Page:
Of course, New York’s Twin Towers were far more massive and 2-1/2 times taller than Century Plaza Towers. But as I stood looking up at the interplay of the twins here in LA, I couldn’t help recalling the same strained neck while standing between the North and South Towers of WTC, once upon a time. There was a time when this would have made me sad… but today I found myself happy to visit the California cousins of those noble old New Yorkers.

centuryplaza.landscape

WTC-twin towers

Towering Twins

Day 090 #100happydays

P.S. I have just traveled here from the future! Well, little more than a week after the original date of this post. Because I found another shot in the album from that day. I didn’t use it in this post, as the trees interfered with the clean lines of the architecture. But I like the juxtaposition of the natural and built environments. So I’ll just sneak it in here, and return to my proper place in the timeline.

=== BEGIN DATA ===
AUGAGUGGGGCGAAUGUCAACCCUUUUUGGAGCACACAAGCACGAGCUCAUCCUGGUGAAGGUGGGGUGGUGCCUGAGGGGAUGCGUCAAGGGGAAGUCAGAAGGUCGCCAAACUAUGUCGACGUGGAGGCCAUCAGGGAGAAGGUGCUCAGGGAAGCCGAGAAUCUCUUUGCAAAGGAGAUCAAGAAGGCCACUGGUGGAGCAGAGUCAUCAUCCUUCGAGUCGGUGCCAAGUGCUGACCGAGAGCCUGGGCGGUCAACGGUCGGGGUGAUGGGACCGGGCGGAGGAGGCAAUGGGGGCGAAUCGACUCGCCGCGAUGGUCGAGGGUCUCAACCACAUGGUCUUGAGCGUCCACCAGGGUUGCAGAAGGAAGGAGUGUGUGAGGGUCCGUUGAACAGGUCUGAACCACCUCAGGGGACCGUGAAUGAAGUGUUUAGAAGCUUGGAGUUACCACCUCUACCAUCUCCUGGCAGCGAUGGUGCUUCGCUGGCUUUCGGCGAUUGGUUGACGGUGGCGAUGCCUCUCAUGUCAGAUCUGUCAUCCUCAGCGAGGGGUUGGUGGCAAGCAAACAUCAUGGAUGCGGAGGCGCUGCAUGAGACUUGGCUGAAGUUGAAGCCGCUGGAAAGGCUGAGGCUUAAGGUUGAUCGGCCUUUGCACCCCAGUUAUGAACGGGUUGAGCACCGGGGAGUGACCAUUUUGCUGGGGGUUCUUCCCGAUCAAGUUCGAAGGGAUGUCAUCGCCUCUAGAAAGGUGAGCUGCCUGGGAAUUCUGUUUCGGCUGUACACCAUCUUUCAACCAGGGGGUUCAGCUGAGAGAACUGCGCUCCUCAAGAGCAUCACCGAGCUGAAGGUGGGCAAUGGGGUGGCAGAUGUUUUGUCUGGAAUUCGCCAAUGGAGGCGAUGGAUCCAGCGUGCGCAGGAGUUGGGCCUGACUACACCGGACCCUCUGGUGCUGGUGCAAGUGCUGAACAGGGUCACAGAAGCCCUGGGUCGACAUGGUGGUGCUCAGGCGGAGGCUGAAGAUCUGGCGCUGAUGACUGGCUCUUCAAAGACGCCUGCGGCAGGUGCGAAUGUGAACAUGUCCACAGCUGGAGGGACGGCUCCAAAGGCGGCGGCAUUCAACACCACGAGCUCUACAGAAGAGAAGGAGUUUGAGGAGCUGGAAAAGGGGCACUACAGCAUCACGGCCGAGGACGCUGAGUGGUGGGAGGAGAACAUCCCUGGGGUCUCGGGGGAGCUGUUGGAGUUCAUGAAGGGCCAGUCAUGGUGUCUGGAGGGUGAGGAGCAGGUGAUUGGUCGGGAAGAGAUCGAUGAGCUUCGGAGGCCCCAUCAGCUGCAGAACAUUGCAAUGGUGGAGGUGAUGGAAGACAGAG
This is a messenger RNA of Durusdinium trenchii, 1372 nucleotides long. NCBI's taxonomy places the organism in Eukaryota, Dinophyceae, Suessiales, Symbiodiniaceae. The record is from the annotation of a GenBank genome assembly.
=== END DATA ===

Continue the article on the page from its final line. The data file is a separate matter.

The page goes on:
centuryplaza.trees

 

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[089] Skydiving Into Gotham

There are images that stop me in my tracks, and this is one of them. I just came across it in my Twitter feed. It appears to have been taken from a vantage point several thousand feet above NYC. The lines of perspective are exaggerated as the eye moves out from the center point, in a way that emphasizes the urban oasis that is Central Park – and gives you the feeling of falling into the picture. Geronimoooooooo!

CentralParkNYC

http://twitter.com/planetepics/status/452586483590107136/photo/1